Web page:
Anyone else get excited looking at this?

The Bear!

Tuesday, September 15, 2009

Uniquely Wasatch 100

This years Wasatch was unique in so many ways yet despite the fact I didn't run it, I feel so much closer to it. It started with the need to get my volunteer work for the Bear 100. I sent an email to the Wasatch race directors and found out that they needed help at the Sessions Lift Off aid station at mile 28.3. I contacted Kent Cravens the aid captain and we were off on quite the off road bumpy journey.

The hype pre-race was huge but when the first runner was spotted in the distance my heart rate sky rocketed. Geoff had made an early move and had several minutes on Meltzer. As I watched them run it shocked me how effortless they ran. The quickness wasn't blatant but they were so relaxed and smooth. It seemed so natural. Frankly I was shocked. The shock only furthered throughout the day as I kept hearing splits and the eventual finishing times! Congrats to those two for going way under record pace while pushing the human body and mind. Incredible. Nearly as impressive were Betsy and Mandy showing us men what true competition and toughness are.

This was only the start for my day as nearly 250 more runners needed attention. I had a blast filling water bottles and shouting hello's to all the runners. When everyone was through Sessions I had nothing to do and tons of extra food so I decided to check out the race at Millcreek. I didn't get there in time to see the leaders but the aid station seemed to need my help and appreciated the extra food. It was great helping out and seeing nearly everyone having great races...Erik, Dave, Peter, Christian, Chad, Phil, Scott K, Roger, Matt, Tom, Davy, Scott M (who ended up wearing my arm warmers from Millcreek to the finish because he somehow didn't pack anything but a light jacket!), and especially friend/student Matt Galland who I would get to pace from Brighton to the finish. Running around getting soup, convincing Neal Gormand that we would need at least arm warmers before Brighton, filling water bottles, taping Chucks feet, grabbing drop bags, etc was more fun then I could have possibly imagined!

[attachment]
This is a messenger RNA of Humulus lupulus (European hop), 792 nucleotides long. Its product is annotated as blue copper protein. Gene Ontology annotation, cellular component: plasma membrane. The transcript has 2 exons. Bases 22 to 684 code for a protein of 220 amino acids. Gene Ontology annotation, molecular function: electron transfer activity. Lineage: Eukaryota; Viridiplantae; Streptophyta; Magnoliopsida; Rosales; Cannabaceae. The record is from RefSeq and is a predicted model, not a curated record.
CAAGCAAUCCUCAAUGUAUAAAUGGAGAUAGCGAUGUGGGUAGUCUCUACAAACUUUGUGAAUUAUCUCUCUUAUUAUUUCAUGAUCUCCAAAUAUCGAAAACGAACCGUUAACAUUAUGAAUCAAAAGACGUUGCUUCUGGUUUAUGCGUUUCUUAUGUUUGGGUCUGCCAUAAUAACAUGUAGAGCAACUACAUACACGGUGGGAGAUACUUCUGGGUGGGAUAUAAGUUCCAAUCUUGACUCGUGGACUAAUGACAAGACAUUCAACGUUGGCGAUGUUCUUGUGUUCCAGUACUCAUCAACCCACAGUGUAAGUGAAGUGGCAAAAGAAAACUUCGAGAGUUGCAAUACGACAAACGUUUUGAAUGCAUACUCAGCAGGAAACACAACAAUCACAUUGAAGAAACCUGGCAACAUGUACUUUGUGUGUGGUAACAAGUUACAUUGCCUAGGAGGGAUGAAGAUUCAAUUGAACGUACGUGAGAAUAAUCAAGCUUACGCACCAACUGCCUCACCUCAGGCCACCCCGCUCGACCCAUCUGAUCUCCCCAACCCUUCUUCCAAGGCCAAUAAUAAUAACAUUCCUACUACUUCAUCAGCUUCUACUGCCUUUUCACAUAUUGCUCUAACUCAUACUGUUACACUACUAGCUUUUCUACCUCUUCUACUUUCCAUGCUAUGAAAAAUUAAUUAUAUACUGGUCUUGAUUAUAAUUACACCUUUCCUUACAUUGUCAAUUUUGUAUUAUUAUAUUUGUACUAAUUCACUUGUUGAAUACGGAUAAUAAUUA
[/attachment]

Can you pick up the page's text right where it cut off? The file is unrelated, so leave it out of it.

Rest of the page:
Soon I headed off to grab some real food and meet Matt at Brighton. After 14 hours of aid station work I was tired so I took a quick 45 minute nap but it didn't last as I was wired from watching the race all day. So I went in to see most of the above mentioned guys a 3rd time before starting my pacing duties. Matt arrived at 1am and we didn't mess around. After only 10 minutes we were off in good spirits. Matt had taken care of himself all day so I pushed him. Needless to say we passed 14-15 runners for a 27 hr 14 min finish. Matt ran super strong that last 25 and I personally loved every second of it having drawn so much closer to the race.

Congrats to all Wasatch runners and I will hopefully get my name drawn as one of the lucky few to toe the line in 2010. For now the excitement is turning to the Bear 100 as I taper and prepare. Matt's pace was perfect preparation as my goal time is sub-27 hours. Lot's of excitement and anticipation in the Beckstead household. It's my turn next week.

Congrats Matt

Tuesday, September 8, 2009

Ben Lomond, Mtn Goats, and I...

After a long weekend of work (aka huge Labor Day Sale), I was aching to get out on a nice run. Quite literally actually as I had tweaked my back slepping a kayak around at work. So I hit my favorite trail...Ben Lomond. I went out at a conservative clip but felt solid and just maintained the effort. 45 minutes into the run I realized I hadn't walked a step and still felt great. On a whim I committed myself to running every step of the way.